“Stape,” as he is known to his friends and many followers on his blog, claims his life is painting and sleep. He follows a strict regimen: up at 5 a.m., paint outdoors, paint indoors, and to bed at 9 p.m.
Stapleton Kearns, A New England landscape painter, will be judging several hundred pictures for the Indiana Heritage Arts 40th Annual Exhibition and Sale. The exhibition opens Saturday, June 9 for a 21-day run at the Brown County Art Gallery, 1 Artist Drive, Nashville.
He estimates he’s sold 1,500 paintings since he began his painting career in the early 1970s. “My work is in about six galleries so I need to paint and produce works,” he said.
“I paint outdoors all the time, but I’m not a real plein air painter because I bring my work back and finish them in the studio,” he said. “I usually throw away one-half to two-thirds of my work.”
He lives 40 miles from Boston in the mountains of New Hampshire. In addition to painting, he works on his house, judges art shows, and travels.
“When I was asked to come to Nashville to judge the IHA show, I said yes right away,” he said. Kearns said he has judged the Hoosier Salon two times, his parents once lived in Louisville and a grandmother, whom he visited many times, lived across the Ohio in Indiana. “I have some artist friends in Indiana I would like to visit,” he said.
“To be successful,” he explained, “you have to be busy.” He added, “I’m a professional artist, that’s what I do.” He said he has won his “fair share” of awards and has been in national competitions. “It seems that I travel a lot,” he said. He conducts painting workshops. Russia and Wales are on his calendar and he conducts a popular “snow camp” workshop every winter in New England.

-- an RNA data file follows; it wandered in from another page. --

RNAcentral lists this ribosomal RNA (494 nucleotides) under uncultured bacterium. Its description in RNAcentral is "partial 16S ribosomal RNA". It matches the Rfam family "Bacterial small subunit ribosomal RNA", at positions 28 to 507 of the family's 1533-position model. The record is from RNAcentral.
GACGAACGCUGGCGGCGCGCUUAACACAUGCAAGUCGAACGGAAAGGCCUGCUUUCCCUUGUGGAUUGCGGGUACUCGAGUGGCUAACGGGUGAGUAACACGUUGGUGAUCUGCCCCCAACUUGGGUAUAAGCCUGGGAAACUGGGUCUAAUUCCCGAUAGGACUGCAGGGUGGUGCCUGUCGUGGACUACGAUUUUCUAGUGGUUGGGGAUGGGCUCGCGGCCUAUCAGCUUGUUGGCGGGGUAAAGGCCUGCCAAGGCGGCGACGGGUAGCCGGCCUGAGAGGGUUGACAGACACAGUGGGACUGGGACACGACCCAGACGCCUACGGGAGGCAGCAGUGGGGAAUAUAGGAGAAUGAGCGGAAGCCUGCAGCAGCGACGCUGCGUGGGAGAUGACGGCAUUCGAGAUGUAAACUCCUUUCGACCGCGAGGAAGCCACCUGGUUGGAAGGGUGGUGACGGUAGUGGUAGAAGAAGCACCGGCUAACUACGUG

He said he advises young people – those under 30 – if they want to become a full-time painter to attend an atelier (an art studio) like Grand Central Atelier in New York City. Stapleton, who dropped out of high school but later finished his GED and went on to study art at the University of Minnesota did have an atelier experience at the well-known Fenway Studios in Boston, the oldest continuous art building in America.
“If a student really wants to paint, he will learn the technique “no matter what.” He believes all students need to study art history. In my grandparents’ day, he explained, they had flash cards of famous works of art and they memorized the cards. He said art books weren’t common, he said, in his youth. “But I remember my first art history book was on John Constable.”
Stapleton was president of the Rockport, MN Art Association founded in 1921 and now compromises 250 artists and photographers. He worked at the Rockport Association as a janitor in his youth in order to meet artists and learn from famous landscape painters. He is now on the board of managers for the Guild of Boston Artists, founded in 1914, a cooperative of 48 painters elected to membership.
His favorite places to paint are Vinal Haven, ME, Rockport, Vermont and Acadia, land stretching from northern Maine into Canada. “Maybe I’ll throw my paints and gear in my car and paint when I get to Nashville.”
Hours for the Exhibition and Sale are 10 a.m. to 5 p.m. daily and noon to 5 p.m. Sunday. Info at 812-988-4609 or www.indianaheritagearts.org
-Guest Blogger Letty Newkirk